How Clubhouse Became The Hottest Social Media App with Exclusive User Experiences

Learn how Clubhouse combined hype and exclusivity with a great UX to generate demand, and why their atypical app launch strategy could hurt them in the long run.
Claudiu Antohi
by Claudiu Antohi
13 min read
Clubhouse The Hottest Social Media App
Written by:
Claudiu Antohi
UI/UX Misfit Designer
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Elon Musk, Mark Zuckerberg, Oprah Winfrey, even White House Chief of Staff Ron Klain have signed up. So have leading professors, engineers, comedians, and politicians.

Launched in March 2020, Clubhouse, the invite-only social media app, already has over 6 million users and just closed another funding round that values the company at about $4 billion dollars.

The app (for the entire first year) was exclusively available to iPhone users who received an invitation from a Clubhouse member, which is why we wouldn't hold it against you for perceiving Clubhouse as one of the most elitist social media apps on the market. They finally released an Android app just this month (May, 2021).

Nonetheless, the apps' rapid success can't be denied. As an app founder, there are some valuable lessons to learn from Clubhouses' in-app user experience and marketing strategy.

In this article, we break down the process by which Clubhouse went from a Silicon Valley concept to utilising its 'exclusive' factor to become an international hit. We’ll also examine its shortcomings and why the Clubhouse sensation may soon be a thing of the past.

Table of Contents

  • The exclusivity factor: How Clubhouses’ invite-only strategy built hype
  • The role of a great UX and UI vs. a strong launch strategy
  • The gamble of betting on a great idea first and placing usability second
  • Wrapping Up

The exclusivity factor: How Clubhouses’ invite-only strategy built hype

In February 2021, there were 6 million users on Clubhouse and over 10 million downloads from people hoping for a peer-to-peer invite to gain entry. (There’s been a drop off since, which we’ll discuss in a later section.)

Clubhouse User Growth Illustration

Clubhouse, an audio-chat social media platform, uses this invite-only methodology to drum up interest and generate demand.

Incorporating anticipation and hype into your marketing strategy can be incredibly effective, as the power of anticipation influences consumer behaviour and decision-making.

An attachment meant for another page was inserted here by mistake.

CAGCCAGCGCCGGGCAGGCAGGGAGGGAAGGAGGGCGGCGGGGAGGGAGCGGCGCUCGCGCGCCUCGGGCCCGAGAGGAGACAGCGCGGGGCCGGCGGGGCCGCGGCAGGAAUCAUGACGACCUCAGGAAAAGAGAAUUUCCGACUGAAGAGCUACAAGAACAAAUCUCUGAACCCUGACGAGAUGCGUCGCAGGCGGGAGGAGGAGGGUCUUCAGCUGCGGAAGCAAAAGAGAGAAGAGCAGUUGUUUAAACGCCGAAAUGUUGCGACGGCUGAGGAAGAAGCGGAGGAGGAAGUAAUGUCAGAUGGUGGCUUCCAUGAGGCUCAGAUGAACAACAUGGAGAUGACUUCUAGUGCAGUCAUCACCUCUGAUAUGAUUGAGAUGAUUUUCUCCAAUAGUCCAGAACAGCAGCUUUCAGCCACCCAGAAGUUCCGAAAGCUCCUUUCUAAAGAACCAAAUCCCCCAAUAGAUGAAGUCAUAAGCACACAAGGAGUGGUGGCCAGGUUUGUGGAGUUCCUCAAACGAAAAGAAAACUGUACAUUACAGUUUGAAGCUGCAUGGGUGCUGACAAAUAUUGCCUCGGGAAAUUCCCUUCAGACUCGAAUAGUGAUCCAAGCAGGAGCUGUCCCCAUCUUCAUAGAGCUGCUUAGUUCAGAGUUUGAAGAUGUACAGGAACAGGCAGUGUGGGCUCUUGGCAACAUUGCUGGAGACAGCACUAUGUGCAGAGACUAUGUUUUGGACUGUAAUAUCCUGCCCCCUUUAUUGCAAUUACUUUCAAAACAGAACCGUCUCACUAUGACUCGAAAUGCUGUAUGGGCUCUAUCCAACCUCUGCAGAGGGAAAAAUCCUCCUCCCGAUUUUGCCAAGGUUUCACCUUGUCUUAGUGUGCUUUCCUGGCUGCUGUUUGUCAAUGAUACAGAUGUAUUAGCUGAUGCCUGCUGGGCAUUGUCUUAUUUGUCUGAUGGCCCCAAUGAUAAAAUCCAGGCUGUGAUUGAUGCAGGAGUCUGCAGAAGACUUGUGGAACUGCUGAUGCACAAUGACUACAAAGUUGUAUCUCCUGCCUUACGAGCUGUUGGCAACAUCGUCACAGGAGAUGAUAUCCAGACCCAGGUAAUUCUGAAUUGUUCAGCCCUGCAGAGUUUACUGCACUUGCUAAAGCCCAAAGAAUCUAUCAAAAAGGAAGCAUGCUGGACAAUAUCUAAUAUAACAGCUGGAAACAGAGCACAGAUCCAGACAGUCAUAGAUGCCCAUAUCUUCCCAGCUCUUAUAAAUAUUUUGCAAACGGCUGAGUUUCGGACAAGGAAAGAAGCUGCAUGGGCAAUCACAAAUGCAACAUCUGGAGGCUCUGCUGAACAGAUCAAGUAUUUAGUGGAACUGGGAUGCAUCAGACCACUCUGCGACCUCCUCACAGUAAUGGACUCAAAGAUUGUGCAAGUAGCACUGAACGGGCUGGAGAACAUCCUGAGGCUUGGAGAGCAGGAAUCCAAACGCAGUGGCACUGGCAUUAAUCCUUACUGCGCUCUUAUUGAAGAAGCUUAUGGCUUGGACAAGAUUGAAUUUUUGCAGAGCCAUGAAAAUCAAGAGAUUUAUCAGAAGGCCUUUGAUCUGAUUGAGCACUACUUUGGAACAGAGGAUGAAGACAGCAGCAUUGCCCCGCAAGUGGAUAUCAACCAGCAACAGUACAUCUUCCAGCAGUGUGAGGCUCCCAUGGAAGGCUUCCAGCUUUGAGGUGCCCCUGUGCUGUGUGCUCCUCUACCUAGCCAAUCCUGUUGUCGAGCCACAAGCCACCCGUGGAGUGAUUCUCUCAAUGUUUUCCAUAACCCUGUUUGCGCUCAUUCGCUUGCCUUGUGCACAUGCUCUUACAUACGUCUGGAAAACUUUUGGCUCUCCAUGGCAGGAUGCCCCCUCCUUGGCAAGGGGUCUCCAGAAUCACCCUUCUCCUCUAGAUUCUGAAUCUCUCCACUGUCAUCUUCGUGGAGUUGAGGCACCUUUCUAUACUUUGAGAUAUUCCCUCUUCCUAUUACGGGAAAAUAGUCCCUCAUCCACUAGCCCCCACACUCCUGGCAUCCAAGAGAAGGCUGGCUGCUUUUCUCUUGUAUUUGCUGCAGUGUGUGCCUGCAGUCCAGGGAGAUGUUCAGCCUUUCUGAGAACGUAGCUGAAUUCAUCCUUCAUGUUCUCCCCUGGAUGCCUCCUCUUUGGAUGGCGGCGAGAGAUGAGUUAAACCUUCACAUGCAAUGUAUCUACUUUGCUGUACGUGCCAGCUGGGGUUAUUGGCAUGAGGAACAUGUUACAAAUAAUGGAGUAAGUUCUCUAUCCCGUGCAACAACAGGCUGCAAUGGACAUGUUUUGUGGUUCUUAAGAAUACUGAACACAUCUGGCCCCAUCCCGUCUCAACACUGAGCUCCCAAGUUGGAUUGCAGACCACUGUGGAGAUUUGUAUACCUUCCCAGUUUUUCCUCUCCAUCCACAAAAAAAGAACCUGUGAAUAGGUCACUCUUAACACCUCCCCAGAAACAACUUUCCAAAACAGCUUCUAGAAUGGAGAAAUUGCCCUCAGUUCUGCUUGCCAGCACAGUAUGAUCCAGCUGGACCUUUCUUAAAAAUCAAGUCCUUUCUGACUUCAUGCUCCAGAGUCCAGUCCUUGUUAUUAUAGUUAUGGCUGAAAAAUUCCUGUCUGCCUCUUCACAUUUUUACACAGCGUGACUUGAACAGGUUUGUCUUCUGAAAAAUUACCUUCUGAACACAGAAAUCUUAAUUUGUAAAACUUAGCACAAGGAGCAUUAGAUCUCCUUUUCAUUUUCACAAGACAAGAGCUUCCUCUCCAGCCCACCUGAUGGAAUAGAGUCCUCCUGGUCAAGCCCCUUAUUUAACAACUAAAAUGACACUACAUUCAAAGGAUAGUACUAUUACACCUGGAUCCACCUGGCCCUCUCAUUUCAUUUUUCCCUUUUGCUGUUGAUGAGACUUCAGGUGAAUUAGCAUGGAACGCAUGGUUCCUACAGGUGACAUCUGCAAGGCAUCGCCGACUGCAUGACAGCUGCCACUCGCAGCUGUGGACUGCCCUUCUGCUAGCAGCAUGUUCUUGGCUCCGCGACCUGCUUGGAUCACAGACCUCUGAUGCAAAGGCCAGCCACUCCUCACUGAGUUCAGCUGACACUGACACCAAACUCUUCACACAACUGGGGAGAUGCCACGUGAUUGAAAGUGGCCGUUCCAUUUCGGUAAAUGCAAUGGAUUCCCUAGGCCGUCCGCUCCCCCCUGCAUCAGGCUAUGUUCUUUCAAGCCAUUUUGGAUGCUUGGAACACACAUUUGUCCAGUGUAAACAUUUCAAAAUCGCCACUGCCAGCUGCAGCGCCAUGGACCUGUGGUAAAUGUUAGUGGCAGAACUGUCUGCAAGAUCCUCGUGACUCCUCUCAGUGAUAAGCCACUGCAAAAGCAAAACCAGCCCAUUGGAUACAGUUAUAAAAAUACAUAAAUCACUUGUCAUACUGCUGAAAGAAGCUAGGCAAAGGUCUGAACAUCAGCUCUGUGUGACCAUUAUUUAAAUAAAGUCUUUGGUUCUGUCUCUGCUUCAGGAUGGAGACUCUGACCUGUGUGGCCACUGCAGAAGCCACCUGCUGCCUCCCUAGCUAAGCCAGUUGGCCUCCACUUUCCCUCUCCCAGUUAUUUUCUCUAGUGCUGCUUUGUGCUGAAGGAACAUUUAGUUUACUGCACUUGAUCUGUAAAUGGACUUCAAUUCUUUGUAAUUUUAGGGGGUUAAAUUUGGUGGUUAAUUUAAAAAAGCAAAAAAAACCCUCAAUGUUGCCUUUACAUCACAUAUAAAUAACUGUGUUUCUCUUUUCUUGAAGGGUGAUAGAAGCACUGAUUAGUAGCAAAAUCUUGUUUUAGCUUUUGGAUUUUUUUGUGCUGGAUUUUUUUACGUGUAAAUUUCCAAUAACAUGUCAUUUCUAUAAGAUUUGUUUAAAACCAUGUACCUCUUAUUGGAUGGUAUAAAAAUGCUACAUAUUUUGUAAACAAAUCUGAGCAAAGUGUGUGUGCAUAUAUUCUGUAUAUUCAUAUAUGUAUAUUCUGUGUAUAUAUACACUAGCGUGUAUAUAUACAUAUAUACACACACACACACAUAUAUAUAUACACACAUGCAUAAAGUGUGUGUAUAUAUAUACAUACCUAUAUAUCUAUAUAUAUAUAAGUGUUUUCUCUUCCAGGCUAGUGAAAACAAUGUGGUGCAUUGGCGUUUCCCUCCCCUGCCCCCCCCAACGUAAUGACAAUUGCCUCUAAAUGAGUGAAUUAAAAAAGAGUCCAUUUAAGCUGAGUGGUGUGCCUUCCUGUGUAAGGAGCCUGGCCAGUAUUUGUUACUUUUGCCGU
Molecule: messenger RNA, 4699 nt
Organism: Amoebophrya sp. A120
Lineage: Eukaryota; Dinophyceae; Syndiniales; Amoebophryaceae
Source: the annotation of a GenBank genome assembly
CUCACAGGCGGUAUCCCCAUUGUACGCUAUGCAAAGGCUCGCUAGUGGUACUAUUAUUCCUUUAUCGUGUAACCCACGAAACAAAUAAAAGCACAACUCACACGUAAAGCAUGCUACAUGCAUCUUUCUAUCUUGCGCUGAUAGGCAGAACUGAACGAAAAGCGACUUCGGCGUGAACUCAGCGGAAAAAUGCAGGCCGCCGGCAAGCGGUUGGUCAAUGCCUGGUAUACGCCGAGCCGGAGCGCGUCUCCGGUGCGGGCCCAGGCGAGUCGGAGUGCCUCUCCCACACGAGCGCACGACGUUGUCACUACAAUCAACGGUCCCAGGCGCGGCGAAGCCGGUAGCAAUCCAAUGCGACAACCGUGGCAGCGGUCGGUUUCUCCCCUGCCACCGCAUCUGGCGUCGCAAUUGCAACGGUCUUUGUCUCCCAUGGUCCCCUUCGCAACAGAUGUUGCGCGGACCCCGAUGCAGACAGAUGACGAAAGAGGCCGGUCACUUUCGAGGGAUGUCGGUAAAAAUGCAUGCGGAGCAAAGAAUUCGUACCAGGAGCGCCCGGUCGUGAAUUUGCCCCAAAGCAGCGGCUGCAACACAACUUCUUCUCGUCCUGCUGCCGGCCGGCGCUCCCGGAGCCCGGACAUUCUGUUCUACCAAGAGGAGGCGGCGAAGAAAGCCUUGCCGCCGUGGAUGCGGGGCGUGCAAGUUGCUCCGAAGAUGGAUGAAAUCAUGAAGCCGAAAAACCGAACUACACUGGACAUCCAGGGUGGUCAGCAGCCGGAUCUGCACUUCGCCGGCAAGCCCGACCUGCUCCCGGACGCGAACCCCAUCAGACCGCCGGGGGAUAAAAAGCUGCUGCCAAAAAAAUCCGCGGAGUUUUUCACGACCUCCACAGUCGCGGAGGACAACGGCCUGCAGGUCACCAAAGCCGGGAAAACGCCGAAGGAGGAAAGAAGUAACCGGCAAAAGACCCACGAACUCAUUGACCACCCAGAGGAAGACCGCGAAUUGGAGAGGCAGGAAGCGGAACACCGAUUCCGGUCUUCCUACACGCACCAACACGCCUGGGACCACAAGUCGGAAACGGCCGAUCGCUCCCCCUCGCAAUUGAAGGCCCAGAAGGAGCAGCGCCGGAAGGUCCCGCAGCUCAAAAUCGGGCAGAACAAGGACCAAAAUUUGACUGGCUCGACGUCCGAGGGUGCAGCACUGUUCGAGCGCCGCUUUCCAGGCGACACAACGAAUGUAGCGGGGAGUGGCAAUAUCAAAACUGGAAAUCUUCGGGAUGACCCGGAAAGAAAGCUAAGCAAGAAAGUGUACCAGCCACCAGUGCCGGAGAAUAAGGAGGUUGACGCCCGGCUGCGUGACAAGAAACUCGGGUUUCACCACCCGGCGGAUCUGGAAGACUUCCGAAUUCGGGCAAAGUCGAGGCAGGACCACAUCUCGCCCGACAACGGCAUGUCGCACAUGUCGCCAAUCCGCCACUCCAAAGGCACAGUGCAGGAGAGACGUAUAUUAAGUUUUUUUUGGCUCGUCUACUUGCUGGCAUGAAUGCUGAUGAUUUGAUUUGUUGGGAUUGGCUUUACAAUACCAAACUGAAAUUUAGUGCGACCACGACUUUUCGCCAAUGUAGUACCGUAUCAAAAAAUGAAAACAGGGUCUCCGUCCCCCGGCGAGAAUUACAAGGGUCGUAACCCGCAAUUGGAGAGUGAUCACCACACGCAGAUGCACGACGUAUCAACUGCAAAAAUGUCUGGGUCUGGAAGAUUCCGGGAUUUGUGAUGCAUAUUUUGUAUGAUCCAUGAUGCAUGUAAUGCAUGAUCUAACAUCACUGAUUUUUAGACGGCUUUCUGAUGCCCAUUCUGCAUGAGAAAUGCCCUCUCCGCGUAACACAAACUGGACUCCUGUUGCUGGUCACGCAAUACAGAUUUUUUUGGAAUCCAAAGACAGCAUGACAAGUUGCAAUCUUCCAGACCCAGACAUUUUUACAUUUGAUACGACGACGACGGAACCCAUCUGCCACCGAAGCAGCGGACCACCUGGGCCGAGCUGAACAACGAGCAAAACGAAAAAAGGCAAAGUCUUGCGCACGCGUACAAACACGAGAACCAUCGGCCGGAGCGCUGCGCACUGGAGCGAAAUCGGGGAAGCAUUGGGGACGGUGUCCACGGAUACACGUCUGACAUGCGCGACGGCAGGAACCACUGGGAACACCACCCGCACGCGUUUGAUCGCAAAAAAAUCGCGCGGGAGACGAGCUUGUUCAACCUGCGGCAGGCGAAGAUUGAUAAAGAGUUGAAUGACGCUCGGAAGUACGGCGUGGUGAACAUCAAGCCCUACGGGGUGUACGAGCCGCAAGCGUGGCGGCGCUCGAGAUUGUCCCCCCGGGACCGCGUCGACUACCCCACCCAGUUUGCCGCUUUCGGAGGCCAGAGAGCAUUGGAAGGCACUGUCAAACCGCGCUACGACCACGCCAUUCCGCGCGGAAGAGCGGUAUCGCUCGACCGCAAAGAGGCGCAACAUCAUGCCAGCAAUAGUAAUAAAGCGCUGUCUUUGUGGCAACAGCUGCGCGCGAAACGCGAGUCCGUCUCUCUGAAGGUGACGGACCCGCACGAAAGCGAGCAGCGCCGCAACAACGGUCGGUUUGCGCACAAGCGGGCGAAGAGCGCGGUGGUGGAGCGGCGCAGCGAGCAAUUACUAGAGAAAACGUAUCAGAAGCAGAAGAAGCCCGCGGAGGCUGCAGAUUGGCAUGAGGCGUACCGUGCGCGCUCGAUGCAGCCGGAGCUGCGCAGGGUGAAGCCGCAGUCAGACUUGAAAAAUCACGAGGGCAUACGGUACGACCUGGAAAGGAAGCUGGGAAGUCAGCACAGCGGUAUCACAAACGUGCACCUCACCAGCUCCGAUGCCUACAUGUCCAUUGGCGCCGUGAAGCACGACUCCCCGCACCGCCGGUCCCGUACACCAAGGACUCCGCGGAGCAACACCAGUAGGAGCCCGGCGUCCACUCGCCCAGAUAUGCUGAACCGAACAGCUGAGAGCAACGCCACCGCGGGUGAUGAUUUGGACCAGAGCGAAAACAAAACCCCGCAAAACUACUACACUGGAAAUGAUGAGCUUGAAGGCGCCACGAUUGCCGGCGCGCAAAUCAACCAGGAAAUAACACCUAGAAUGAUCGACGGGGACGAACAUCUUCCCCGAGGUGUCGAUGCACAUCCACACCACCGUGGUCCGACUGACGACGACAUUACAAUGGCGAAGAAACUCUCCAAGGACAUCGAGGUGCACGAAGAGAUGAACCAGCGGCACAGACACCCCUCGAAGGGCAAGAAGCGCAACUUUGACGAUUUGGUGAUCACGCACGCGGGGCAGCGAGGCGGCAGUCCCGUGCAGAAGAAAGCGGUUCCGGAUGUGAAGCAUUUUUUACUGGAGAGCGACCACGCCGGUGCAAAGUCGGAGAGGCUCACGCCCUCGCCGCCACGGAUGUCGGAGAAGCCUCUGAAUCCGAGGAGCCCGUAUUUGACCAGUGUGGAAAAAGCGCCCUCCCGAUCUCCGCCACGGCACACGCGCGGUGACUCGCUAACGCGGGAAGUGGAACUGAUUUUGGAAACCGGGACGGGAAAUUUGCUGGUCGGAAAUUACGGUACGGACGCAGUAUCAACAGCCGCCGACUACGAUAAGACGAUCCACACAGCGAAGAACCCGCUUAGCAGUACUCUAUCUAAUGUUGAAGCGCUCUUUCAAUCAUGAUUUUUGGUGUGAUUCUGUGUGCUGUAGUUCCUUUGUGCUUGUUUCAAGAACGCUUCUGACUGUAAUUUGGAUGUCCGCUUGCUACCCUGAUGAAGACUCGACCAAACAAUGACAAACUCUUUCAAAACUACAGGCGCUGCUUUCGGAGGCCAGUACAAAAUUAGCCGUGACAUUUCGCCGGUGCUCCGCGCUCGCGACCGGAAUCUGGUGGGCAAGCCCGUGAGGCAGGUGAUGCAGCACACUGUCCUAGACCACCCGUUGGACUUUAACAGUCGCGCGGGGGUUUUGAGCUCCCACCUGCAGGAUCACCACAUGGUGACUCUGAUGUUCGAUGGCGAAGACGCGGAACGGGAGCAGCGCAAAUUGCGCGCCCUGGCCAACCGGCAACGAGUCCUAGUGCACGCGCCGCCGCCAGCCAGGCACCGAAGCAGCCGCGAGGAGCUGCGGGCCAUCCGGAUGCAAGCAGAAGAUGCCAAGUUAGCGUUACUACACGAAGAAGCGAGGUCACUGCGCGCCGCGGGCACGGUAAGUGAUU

Consider how fear of missing out (FOMO) affects buying behaviour today. Studies show that 60% of millennials make reactive purchases due to FOMO (e.g. their friends purchased something and are enjoying it, so they want that experience too). Further, after seeing other families react positively to a purchase, parents are more likely to make the same investment for themselves.

Why do we exhibit this behaviour?

Psychologically, humans are driven by the desire to belong to a group. We also have a unique intelligence that gives us the freedom to choose. Yet, because we can’t predict the future, we struggle with knowing if we’re making the right choices. Thus, we look for cues from others and imitate their choices.

Social proof and word of mouth work the same way. People begin to hear about a product, service, experience, or event from their networks, wonder what the hype is about, and want to see it for themselves.

People also trust reviews more than a business’s claims about itself, which explains why 94% of consumers are more likely to use a business if it has positive reviews, and 92% will walk away if they see negative assessments.

Combining exclusivity with social proof, Clubhouse skyrocketed to the #1 position for ‘social networking’ across several countries. This is further testament to the effectiveness of hype and anticipation in their launch strategy.

Of course, timing plays a role, too, and their timing could not have been more perfect (which we’ll discuss in more detail below).

First, let’s dive deeper into the core principles behind Clubhouse’s appeal.